• Experience has always been a key to winning, since the tournament has been played at the TPC at Four Seasons. Ted Purdy, Neal Lancaster, Robert Damron, Brett Wetterich, Jason Day, Keegan Bradley and Sang-Moon Bae are the only players that won for the first time.  We can call the Lancaster win a fluke since the tournament was curtailed to 36 holes due to rain, but can’t explain the Purdy, Damron and Wetterich wins other than to say they were playing great at the right time.  Still, experience on a renovated course isn’t much help as we saw in 2011 with first year attendee Keegan Bradley winning so the chances are even greater that a first-timer or someone not experienced at winning could prevail this week, just like Bae did last year.
  • Except for John Cook, Loren Roberts Shigeki Maruyama, all the winners since the tournament added one round at Cottonwood Valley in 1995 have been long hitters. That is because both courses tend to favor length and a player can get away with errant shots, especially at Cottonwood Valley. The question was with Cottonwood Valley dropping out, will length still be important? In looking at the stats, only two of the top 12 players were inside the top 15 of driving distance in 2008,  while in 2009 4 of the top-15.  In 2010 only two of the top-10 came through, 2 of the 12 in 2011, 4 of the 14 in 2012 and 3 of the top 10 last year so hitting it long really doesn’t matter.  Now looking at accuracy, of the same top 12 only three were inside the top-15 in 2008 while six of the top-15 were in the top-ten in 2009 with three of the top-10 in 2010, five in 2011 and four in 2012 and three last year so accuracy has become more important.
  •  So what is important to play well at the Byron Nelson?  Hitting lots of greens, since 1998 only four players (Jesper Parnevik in 2000, Shigeki Maruyama in 2002, Rory Sabbatini in 2009 and Jason Day in 2010) have been out of the top nine in greens hit. So it’s very key to been very keen on hitting greens.  In 2011 Keegan Bradley hit 47 of the 72 greens which ranked T6th while in 2012 Jason Dufner hit 58 of 72 greens which racked first, Sang-Moon Bae hit 53 of 72 and ranked T9th.
  • Now I don’t want to jinx the tournament, but weather in Texas can sometimes be iffy in May.  But not this week as right now forecasters are calling for a perfect week of weather with every day in the mid 80s with low humidity.  Considering how things were last Sunday at the Players, PGA Tour officials won’t have anything to fret about.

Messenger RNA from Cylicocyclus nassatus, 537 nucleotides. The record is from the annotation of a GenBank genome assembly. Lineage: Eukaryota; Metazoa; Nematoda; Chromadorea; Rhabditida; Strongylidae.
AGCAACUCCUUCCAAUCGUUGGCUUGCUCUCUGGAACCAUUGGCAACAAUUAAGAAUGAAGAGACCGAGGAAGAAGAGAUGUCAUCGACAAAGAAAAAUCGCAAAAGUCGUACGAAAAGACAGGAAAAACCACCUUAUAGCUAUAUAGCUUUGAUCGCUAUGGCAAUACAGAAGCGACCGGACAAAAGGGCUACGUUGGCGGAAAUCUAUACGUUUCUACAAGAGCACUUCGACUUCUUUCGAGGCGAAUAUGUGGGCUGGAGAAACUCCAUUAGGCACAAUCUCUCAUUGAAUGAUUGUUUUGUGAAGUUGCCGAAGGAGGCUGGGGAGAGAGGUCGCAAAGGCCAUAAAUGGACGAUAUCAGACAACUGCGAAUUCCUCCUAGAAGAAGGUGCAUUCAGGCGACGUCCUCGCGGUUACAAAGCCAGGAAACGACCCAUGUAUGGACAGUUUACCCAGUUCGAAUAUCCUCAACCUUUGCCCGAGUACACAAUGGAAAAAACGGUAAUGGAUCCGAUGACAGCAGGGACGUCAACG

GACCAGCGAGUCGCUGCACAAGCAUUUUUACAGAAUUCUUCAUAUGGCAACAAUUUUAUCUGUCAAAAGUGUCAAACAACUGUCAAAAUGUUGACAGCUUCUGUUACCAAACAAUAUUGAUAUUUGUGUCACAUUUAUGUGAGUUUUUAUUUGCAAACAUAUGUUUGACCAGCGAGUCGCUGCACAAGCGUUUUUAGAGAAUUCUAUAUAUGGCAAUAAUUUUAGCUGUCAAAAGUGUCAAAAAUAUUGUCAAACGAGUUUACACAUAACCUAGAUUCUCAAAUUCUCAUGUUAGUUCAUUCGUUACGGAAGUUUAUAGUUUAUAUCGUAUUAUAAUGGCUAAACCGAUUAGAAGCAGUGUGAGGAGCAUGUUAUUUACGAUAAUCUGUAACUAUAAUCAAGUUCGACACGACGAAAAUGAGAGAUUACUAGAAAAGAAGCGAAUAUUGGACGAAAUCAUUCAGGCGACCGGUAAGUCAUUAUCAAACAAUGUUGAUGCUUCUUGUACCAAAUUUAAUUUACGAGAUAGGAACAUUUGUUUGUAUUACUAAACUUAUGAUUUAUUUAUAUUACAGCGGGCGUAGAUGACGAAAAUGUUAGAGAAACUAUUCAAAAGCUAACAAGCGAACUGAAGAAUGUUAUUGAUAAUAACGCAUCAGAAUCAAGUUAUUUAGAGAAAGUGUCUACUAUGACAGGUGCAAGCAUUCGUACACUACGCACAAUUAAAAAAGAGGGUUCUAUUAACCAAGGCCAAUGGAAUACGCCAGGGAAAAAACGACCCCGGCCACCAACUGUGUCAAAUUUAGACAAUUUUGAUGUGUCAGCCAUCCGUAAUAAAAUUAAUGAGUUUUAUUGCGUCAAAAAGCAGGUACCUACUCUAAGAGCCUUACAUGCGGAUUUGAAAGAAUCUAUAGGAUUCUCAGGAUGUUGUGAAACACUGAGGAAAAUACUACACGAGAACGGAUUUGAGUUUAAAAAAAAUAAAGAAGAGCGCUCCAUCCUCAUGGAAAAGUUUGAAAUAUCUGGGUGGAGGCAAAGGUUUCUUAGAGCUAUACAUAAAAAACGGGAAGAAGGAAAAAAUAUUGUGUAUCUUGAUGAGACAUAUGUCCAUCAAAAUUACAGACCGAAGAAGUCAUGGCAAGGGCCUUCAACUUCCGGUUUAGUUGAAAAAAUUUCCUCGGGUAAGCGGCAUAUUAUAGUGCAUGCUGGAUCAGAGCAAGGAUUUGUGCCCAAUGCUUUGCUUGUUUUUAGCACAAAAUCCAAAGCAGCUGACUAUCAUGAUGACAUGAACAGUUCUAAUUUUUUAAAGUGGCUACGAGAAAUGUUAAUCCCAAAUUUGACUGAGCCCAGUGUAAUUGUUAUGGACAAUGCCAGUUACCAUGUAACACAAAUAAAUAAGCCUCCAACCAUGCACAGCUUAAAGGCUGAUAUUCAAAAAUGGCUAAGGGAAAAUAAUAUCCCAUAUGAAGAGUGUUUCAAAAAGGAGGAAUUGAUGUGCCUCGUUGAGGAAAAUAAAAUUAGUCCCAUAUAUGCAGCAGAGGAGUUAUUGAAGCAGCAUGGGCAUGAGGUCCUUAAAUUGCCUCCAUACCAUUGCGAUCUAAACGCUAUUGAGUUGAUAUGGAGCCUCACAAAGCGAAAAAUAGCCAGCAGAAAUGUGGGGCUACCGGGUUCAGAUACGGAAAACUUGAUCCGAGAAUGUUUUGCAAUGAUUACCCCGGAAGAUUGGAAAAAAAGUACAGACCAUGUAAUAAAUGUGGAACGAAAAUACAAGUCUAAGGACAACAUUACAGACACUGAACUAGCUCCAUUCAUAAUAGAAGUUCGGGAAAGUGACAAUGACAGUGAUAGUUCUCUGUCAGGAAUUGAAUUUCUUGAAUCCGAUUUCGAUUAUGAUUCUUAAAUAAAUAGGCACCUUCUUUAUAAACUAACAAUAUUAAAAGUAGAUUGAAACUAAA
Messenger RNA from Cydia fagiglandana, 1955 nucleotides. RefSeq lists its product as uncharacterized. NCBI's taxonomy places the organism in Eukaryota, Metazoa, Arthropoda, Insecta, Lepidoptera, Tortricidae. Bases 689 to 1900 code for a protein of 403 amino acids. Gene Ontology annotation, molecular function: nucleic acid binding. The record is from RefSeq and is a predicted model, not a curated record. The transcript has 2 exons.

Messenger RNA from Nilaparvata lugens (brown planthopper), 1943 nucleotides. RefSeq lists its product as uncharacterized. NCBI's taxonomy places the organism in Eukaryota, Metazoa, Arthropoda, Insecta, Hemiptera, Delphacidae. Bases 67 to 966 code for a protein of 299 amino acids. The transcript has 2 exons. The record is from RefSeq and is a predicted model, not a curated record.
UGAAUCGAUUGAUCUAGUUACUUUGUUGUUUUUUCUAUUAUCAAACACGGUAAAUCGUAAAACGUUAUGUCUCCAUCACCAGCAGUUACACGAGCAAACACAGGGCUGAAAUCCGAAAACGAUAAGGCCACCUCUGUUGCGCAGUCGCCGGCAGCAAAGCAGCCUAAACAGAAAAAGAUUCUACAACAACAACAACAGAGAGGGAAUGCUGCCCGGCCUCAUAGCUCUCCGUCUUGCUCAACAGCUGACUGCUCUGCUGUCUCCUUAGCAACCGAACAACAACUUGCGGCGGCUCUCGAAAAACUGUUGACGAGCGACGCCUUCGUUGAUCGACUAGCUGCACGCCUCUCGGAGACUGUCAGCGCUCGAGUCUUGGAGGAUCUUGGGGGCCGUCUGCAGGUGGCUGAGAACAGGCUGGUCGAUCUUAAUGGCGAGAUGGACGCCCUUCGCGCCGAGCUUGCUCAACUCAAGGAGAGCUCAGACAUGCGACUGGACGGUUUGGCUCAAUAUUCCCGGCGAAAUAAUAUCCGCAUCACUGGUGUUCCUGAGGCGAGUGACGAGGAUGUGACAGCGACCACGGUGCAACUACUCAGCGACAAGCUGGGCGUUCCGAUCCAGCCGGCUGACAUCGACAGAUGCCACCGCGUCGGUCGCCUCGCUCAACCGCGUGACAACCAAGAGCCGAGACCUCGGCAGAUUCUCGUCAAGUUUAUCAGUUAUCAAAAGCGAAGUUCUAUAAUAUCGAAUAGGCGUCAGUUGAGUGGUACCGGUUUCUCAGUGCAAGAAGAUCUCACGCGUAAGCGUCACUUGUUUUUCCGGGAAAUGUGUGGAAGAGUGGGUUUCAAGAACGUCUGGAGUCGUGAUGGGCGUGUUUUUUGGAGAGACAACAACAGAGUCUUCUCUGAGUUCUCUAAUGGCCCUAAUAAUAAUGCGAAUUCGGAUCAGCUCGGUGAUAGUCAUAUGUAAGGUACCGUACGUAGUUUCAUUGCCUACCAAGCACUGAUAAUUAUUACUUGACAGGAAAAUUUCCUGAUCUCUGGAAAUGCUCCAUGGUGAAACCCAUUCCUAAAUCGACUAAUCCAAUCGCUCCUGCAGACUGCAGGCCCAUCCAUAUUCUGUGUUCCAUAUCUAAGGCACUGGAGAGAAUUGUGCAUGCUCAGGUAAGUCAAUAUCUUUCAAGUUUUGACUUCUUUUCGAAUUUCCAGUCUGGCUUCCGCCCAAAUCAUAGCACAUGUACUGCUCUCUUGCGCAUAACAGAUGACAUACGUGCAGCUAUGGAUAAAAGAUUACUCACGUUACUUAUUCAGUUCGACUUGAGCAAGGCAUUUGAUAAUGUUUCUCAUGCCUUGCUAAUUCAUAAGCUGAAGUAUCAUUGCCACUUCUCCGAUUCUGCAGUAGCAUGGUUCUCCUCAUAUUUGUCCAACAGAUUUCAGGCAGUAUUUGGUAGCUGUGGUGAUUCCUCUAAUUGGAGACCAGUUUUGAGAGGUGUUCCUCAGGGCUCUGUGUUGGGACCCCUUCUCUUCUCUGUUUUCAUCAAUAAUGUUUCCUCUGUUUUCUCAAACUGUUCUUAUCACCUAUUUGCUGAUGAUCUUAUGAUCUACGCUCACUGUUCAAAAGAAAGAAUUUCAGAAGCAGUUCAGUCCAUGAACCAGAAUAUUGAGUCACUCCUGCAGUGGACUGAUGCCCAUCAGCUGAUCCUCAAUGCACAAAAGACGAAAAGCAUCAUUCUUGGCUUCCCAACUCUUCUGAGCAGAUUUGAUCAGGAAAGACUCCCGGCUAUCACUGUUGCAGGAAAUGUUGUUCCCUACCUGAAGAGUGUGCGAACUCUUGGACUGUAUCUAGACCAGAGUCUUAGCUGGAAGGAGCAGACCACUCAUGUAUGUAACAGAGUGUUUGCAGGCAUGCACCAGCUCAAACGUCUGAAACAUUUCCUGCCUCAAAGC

Who to watch for at the HP Byron Nelson Championship

Best Bets:

Keegan Bradley

2013 ’12 ’11 ’10 ’09 ’08 ’07 ’06 ’05 ’04 ’03 ’02
2 T24 Win

Great record in this event, yes he missed the cut at the Players but he did that last year and finished 2nd at the Nelson, then in 2011 finished 72nd at the Players and won the Nelson. Look for a good week from him.

Jordan Spieth

2013 ’12 ’11 ’10 ’09 ’08 ’07 ’06 ’05 ’04 ’03 ’02
T68 T32 T16

Has been great all year and you have to think he is close to a win, could be this week.

Jimmy Walker

2013 ’12 ’11 ’10 ’09 ’08 ’07 ’06 ’05 ’04 ’03 ’02
T27 T29 CUT T53 T23 T35 T73

He is long overdue to play well in this event, has played well in his last two starts.

Best of the rest:

Martin Kaymer

2013 ’12 ’11 ’10 ’09 ’08 ’07 ’06 ’05 ’04 ’03 ’02
T5

Reason he is playing this week, was T5th in his only Nelson start last year, he has the patience and skill level to win two in a row.

Angel Cabrera

2013 ’12 ’11 ’10 ’09 ’08 ’07 ’06 ’05 ’04 ’03 ’02
T12

Started well last week at the Players, also played well in this event in his first start last year.

Charl Schwartzel

2013 ’12 ’11 ’10 ’09 ’08 ’07 ’06 ’05 ’04 ’03 ’02
3

A good course for him, showed it last year finishing 3rd in his only start.

Graham DeLaet

2013 ’12 ’11 ’10 ’09 ’08 ’07 ’06 ’05 ’04 ’03 ’02
T10 T41 CUT

Close to time for him to win, could it be this week?

Solid contenders

Matt Kuchar

2013 ’12 ’11 ’10 ’09 ’08 ’07 ’06 ’05 ’04 ’03 ’02
T33 T15 T6 T39 T42 T39

Playing well, just doesn’t seem to play well on this course. Have to think that he knows what he is doing playing here every year.

Ryan Palmer

2013 ’12 ’11 ’10 ’09 ’08 ’07 ’06 ’05 ’04 ’03 ’02
T33 T9 2 CUT CUT CUT CUT T73 CUT CUT

Was T9th last year and 2nd in 2012 at the Nelson.

Jason Dufner

2013 ’12 ’11 ’10 ’09 ’08 ’07 ’06 ’05 ’04 ’03 ’02
T33 Win T8 CUT CUT

Is long overdue to play well again.

Gary Woodland

2013 ’12 ’11 ’10 ’09 ’08 ’07 ’06 ’05 ’04 ’03 ’02
T48 T24 T49 T32 CUT

Has the distance to do well and has been playing well of late.

Long shots that could come through:

Ryo Ishikawa

2013 ’12 ’11 ’10 ’09 ’08 ’07 ’06 ’05 ’04 ’03 ’02
T10

Was T10th last year, he needs to get going and this could be a good spot for him.

Marc Leishman

2013 ’12 ’11 ’10 ’09 ’08 ’07 ’06 ’05 ’04 ’03 ’02
T12 T3 CUT T12 T8

Looking to get hot again like he was at the beginning of the year, finished T3rd in 2012 and T12th at Nelson.

Morgan Hoffmann

2013 ’12 ’11 ’10 ’09 ’08 ’07 ’06 ’05 ’04 ’03 ’02
T5

Finished T5th last year plus good finish at the Players.